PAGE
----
How will you Handle your Space Crunch?

The Distribution Factor

Helpful Information and Ideas for the Distribution Professional

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Sam Flanders, President WMC

This month we look at methods that can extend the life of your facility, even when space is becoming scarce.

We also look at voice technology and manifesting software.

Finally, we take a look at your receiving operation.

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Free Material Handling Resources!

Click the icon above to be taken to our White Paper page. This page has 4 different white papers of general interest to those who manage order picking operations. There are two white papers on general order selection: strategies and equipment, and there are also papers on carousels and voice directed picking.

Click on the icon above to be be taken to our material handling resource locator guide. This guide is interactive, easy to use, and driven with an icon-based interface. Using it, you can quickly locate information on systems, software, and equipment. Each area provides links to vendors as well as a brief description of each technology. Try it out and bookmark it for future reference!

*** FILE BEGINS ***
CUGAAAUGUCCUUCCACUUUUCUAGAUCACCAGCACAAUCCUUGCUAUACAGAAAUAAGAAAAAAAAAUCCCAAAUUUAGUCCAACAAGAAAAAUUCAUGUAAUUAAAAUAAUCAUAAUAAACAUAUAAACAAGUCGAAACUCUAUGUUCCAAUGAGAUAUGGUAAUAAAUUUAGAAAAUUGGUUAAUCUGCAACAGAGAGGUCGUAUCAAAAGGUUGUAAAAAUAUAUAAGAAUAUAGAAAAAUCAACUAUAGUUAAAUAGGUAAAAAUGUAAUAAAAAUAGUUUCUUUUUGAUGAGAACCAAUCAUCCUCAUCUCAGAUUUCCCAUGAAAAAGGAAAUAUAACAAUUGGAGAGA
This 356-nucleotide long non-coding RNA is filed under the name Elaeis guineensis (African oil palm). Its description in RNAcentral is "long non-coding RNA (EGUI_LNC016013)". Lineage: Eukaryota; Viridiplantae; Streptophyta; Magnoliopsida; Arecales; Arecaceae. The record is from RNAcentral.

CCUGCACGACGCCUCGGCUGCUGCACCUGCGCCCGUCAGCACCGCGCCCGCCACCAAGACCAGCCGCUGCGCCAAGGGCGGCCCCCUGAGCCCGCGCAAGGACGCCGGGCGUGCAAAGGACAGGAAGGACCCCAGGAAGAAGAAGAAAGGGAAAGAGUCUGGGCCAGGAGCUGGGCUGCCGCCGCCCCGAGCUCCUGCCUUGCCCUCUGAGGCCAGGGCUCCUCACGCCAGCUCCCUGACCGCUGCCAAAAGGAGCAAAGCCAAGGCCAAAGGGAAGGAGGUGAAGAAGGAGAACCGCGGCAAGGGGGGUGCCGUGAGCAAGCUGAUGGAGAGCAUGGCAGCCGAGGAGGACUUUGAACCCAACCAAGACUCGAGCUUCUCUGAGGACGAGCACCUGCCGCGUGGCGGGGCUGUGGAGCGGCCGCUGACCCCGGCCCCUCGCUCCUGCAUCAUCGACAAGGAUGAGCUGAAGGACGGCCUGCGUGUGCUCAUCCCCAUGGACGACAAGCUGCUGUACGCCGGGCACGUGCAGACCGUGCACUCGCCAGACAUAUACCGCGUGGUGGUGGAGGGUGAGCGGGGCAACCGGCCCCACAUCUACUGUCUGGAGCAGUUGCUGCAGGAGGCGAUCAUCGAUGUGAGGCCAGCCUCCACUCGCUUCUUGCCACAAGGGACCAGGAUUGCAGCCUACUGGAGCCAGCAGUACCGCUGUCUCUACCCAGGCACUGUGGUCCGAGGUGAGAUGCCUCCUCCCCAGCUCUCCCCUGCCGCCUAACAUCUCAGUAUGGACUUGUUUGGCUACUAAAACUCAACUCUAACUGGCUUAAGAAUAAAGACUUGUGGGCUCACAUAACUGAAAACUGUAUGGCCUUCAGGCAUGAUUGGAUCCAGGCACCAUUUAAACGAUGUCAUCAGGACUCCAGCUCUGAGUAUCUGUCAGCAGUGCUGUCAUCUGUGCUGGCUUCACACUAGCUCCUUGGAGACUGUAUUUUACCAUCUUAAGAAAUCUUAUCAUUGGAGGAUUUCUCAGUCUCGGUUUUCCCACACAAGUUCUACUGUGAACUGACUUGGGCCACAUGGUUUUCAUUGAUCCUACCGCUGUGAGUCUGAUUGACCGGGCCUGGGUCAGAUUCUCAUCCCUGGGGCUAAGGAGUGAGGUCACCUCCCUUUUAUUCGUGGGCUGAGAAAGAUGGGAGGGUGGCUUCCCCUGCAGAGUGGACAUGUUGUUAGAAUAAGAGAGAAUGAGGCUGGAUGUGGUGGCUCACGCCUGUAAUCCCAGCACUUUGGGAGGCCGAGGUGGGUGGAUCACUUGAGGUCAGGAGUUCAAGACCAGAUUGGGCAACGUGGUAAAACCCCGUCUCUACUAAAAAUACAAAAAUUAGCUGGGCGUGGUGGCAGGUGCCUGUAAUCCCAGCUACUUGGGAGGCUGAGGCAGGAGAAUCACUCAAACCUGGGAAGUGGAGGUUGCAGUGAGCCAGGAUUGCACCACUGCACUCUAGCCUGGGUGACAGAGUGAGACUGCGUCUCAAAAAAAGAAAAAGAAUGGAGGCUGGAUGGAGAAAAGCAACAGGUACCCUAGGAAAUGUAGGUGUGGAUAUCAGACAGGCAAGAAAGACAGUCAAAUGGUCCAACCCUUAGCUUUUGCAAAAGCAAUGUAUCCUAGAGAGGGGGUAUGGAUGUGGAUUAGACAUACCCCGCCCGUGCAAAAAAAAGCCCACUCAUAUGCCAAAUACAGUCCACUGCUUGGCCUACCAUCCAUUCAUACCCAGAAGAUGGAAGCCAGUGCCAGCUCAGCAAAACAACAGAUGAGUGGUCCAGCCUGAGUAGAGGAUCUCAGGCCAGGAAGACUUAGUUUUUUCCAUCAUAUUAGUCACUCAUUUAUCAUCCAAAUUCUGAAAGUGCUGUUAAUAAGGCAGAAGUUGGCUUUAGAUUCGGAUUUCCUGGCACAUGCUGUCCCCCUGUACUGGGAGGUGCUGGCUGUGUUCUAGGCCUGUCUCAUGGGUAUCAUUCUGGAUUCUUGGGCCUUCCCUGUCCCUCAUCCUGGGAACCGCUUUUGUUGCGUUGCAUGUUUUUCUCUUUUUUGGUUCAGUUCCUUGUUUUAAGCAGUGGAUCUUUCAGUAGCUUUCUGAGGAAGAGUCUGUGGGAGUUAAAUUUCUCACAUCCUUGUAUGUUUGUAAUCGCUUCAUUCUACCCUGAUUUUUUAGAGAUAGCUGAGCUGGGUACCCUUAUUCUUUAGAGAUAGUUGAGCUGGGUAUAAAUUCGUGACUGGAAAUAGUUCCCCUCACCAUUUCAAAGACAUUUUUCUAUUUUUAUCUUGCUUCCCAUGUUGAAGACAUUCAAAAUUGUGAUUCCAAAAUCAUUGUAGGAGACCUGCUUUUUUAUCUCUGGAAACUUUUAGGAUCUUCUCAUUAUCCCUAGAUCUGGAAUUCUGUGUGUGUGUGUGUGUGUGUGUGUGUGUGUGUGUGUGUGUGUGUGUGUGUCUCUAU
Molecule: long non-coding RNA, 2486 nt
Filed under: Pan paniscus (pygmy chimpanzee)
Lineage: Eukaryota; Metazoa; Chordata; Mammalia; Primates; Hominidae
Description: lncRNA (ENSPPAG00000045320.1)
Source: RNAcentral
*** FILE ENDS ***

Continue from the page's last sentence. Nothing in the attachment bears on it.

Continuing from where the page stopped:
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A Look Ahead to Next Month

Feature Story:
Brace Yourself - Coping with Seasonal Crunch Time

Video of the Month:
Pick to Light

Operations Spotlight:
Creating a "DC Dashboard" to Monitor your Performance

Technology of the Month:
Conveyor Based Zone Picking

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Enjoy Your Summer!


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Volume I, Number 5
July 7, 2006


Feature Story: How to Handle a Space Crunch